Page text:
"The New Yorker" If wit and wisdom, style and scholarship are requisites to passage through the pearly gates, Mr. Lewis will be among the angels.
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From the Back Cover
There was no sound of pursuit. Ransom dropped down on his stomach and drank, cursing a world where cold water appeared to be unobtainable. Then he lay still to listen and to recover his breath. His eyes were upon the blue water. It was agitated. Circles shuddered and bubbles heaved and a round, shining, black thing like a cannon-ball came into sight. Then he saw eyes and mouth – puffing mouth bearded with bubbles. More of the thing came up out of the water. It was gleaming and black… Ransom lay perfectly still, pressing his body as well down into the weed as he could, in obedience to a wholly theoretical ideas that he might thus pass unobserved.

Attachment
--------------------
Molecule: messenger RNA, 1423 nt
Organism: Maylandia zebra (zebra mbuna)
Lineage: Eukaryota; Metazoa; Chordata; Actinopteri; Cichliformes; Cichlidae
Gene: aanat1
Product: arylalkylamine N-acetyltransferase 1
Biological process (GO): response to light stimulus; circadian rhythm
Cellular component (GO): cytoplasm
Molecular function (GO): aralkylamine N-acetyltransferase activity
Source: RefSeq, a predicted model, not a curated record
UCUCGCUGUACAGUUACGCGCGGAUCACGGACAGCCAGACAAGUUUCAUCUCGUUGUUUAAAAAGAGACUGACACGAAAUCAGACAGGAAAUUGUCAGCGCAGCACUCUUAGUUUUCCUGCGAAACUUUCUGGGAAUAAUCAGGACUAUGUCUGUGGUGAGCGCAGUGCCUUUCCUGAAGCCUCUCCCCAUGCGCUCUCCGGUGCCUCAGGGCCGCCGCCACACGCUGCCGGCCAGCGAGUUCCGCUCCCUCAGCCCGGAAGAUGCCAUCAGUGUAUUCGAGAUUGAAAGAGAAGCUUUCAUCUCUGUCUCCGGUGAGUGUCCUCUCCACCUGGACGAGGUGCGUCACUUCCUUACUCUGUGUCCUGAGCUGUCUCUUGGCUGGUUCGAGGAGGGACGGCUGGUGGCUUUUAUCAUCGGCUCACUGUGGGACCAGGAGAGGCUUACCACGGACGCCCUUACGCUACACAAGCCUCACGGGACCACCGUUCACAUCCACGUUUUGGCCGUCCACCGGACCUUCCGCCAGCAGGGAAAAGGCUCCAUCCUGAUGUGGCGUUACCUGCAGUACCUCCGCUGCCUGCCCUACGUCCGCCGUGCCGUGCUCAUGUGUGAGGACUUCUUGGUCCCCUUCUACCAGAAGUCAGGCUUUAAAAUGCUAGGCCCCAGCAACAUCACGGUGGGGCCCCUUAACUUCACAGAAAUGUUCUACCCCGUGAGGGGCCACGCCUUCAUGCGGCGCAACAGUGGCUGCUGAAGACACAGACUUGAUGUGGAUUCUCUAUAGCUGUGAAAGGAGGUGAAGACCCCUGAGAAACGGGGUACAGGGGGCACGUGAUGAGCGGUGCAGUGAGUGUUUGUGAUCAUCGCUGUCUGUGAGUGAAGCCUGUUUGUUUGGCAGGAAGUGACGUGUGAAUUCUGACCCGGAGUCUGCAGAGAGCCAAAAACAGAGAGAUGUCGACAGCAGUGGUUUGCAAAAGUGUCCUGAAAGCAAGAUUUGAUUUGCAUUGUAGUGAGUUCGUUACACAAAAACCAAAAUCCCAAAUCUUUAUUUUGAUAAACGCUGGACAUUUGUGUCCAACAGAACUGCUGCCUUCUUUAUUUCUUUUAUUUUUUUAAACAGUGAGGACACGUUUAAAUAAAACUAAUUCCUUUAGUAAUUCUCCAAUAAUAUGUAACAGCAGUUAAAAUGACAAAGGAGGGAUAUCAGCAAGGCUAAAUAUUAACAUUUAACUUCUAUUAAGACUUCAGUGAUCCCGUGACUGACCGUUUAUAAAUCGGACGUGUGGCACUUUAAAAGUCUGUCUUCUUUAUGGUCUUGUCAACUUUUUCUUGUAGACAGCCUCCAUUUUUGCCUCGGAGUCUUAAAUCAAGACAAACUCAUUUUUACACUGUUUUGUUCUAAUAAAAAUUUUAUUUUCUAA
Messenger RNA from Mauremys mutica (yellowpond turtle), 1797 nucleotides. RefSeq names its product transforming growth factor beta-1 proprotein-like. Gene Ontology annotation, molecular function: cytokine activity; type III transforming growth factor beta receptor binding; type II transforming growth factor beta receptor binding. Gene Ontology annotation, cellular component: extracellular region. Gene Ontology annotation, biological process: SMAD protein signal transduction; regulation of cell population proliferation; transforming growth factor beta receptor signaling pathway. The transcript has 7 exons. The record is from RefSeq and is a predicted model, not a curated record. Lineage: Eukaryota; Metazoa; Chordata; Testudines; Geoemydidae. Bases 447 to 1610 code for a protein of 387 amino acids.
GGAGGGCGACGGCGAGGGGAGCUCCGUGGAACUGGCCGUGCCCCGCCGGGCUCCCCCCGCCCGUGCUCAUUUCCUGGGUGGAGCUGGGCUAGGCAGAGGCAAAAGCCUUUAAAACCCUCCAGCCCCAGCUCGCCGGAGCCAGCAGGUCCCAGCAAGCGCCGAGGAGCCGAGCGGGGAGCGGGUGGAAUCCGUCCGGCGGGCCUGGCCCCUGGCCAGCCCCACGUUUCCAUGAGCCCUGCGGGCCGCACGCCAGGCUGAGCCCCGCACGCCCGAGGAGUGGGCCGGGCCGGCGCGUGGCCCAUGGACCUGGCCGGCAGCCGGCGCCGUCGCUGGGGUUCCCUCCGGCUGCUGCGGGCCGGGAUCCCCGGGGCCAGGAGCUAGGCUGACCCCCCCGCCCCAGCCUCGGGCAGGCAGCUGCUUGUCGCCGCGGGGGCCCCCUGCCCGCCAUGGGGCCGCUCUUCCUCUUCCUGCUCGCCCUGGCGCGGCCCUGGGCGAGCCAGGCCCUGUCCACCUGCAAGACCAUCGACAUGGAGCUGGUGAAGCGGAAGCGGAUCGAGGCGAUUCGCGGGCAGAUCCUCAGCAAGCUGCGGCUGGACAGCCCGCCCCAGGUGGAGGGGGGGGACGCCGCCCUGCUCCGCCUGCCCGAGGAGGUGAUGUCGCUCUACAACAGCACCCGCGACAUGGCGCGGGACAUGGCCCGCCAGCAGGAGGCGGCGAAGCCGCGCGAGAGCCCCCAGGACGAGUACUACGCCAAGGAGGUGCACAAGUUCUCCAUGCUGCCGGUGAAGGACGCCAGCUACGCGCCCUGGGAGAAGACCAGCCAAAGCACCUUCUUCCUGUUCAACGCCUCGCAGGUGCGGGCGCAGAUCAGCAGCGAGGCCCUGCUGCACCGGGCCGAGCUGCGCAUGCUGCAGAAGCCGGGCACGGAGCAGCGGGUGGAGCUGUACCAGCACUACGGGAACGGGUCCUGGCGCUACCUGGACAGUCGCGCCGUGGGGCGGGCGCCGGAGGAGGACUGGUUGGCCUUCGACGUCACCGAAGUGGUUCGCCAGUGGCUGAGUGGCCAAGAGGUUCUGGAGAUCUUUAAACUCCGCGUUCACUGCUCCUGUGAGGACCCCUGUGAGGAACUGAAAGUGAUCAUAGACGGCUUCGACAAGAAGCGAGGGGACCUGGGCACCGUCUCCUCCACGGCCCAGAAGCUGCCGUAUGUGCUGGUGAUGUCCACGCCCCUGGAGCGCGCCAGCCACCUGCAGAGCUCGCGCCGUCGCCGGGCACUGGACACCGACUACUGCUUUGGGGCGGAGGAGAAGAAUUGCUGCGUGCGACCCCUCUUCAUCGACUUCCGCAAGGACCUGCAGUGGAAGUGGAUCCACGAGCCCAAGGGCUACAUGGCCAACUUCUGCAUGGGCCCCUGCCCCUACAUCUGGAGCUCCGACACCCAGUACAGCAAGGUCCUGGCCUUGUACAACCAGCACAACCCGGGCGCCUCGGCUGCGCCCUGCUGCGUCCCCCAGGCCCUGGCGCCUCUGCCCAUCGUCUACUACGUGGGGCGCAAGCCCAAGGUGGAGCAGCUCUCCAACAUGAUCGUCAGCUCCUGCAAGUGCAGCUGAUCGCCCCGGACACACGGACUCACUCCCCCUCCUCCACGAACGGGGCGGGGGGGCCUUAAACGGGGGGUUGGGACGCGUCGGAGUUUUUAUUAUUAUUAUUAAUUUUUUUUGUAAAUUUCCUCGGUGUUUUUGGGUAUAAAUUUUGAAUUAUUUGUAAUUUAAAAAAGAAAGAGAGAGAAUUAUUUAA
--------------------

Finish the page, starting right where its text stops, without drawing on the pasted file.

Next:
In the first novel of C.S. Lewis's classic sci-fi trilogy, Dr Ransom, a Cambridge academic, is kidnapped and transported to another planet. His captors are plotting to plunder the planet's treasure, and plan to offer Ransom as a sacrifice to the rational creatures they have found there. Ransom discovers he has come from the only 'silent planet' and the tragic story of Earth is known throughout the universe…